This Houston trauma counselor is doing his part in the wake of natural disaster.
It feels like it’s been winter forever. Logically, I know that spring is on its way, and that fall happened not too long ago—but I can’t shake the sensation that it’s been cold, gray, and dark for ages. It wears me down and leaves me with the desire to do nothing more than curl under the blankets and refuse to emerge until spring.
While many of us are simply burned out from the holidays, end-of-the-year projects, and a serious lack of pool parties, these winter blues can actually be indicative of something more serious. Seasonal Affective Disorder (SAD) affects up to 10 million individuals during the dark winter months, leaving them feeling depressed until the days become longer and sunnier. If you think you may suffer from SAD, speak with a medical professional. For less severe winter blues, there’s still plenty you can do yourself. Here are some tips and tricks for fighting the melancholy during those damp and dreary months.
Getting stuck in your own head—particularly when the thoughts are sad or anxious—can often result in a bad mood spiral. Trying not to get bogged down by negativity is often easier said than—unless you have the right tools at your disposal. A little meditation can do wonders for your mood by clearing your mind and letting you start off fresh. It can quiet your anxiety, elevate your attitude, and give you the motivation you need to get through this winter season.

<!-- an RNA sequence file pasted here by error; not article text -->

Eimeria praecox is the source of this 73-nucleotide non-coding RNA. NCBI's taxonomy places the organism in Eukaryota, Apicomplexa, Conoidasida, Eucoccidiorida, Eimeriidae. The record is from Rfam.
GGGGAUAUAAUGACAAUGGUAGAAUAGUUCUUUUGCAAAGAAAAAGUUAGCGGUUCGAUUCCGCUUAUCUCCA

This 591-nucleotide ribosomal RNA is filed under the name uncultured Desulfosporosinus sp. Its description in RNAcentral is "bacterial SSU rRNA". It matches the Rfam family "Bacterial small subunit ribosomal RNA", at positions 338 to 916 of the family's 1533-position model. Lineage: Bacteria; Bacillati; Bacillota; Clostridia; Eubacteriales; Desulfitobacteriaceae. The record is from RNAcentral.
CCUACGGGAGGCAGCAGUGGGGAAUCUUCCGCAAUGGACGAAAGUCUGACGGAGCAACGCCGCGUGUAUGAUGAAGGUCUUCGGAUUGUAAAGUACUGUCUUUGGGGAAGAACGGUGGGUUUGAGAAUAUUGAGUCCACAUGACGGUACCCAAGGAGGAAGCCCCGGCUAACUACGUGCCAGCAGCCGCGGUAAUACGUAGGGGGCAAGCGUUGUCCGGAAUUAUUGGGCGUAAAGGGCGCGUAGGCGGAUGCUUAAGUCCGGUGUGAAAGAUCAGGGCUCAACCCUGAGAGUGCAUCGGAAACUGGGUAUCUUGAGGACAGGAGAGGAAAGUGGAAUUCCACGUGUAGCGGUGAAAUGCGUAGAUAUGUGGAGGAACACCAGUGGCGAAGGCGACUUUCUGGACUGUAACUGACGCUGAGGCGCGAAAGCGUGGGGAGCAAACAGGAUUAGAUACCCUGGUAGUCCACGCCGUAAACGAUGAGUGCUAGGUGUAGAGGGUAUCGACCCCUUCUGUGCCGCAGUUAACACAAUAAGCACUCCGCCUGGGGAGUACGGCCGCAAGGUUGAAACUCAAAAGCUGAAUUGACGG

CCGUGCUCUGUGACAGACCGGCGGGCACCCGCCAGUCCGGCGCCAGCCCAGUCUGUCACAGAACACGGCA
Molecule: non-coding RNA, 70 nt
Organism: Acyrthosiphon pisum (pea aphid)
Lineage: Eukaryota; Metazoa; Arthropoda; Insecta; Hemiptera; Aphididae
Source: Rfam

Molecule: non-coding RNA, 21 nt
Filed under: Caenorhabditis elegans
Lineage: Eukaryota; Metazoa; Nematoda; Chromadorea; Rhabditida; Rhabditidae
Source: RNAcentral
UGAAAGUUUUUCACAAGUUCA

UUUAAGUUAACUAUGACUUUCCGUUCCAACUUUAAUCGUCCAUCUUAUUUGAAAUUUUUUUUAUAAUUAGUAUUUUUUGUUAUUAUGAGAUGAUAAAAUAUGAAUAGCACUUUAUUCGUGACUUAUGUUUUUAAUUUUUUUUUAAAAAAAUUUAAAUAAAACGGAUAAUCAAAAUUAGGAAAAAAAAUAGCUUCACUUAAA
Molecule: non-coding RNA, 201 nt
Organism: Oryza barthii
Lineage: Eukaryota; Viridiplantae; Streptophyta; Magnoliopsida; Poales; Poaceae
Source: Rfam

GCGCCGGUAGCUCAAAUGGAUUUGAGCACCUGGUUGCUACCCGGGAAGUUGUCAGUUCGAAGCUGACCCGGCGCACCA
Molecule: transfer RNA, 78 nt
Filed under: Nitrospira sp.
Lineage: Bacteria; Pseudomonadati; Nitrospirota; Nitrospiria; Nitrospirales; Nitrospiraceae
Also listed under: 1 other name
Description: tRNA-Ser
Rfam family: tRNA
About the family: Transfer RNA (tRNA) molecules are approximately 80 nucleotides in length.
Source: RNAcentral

And if your focus has suffered due to the midwinter blues, a short 10-minute meditation exercise may boost your mood, lift your spirits, or just make you feel a little more prepared to step outside in that cold winter sludge.
It’s easy to run yourself ragged taking care of the people you love. When you add in work and the rigors of daily life, suddenly spending a few minutes on yourself seems close to impossible. But it’s important to schedule some ‘you time’ every day, even if it’s just a few minutes to meditate or sit quietly with a hot cup of tea. Sitting under a sun lamp, reading a few pages of your favorite book, whatever it takes to turn off the world for a few minutes— it will be there when you get back.
Instead of getting bogged down by how cold it is or how much you don’t want to do anything, try turning your thoughts to others. After all, they’re stuck in this unpleasant weather too, and it’s been shown that being kind to others can improve your mood.
Communicate with the people in your life. See if they’re struggling, or if they’ve worked out ways to cope. Even if their ideas don’t work for you, talking about the midwinter blues can keep them from seeming overwhelming.
Be mindful of how your mood changes through the day. Do you wake up cheerful, only to slump by the end of the day? Do you have the doldrums before you even roll out of bed? Now’s the time to try changing up your routine. Sometimes getting stuck in a rut can make us feel trapped (particularly when the weather isn’t exactly providing a mood boost).
If your routine is wearing you down and leaving you grumpy, make some modifications. Try hitting the gym in the morning instead of the night, or starting the day with a quick meditation exercise. See what pumps you up and gets you through the day, and what isn’t working. Even the trial and error part of the process can keep you focused and feeling better.
Winter is a particularly rough time for some people. Try not to beat yourself up about it, or tear yourself down for feeling bad. Be mindful of your physical and mental well-being, and seek out help if you need it. Spring sunshine is on the horizon.
The author of this post is an editorial contributor to Headspace. These are their views, experiences and results and theirs alone. This contributor was paid for their writing.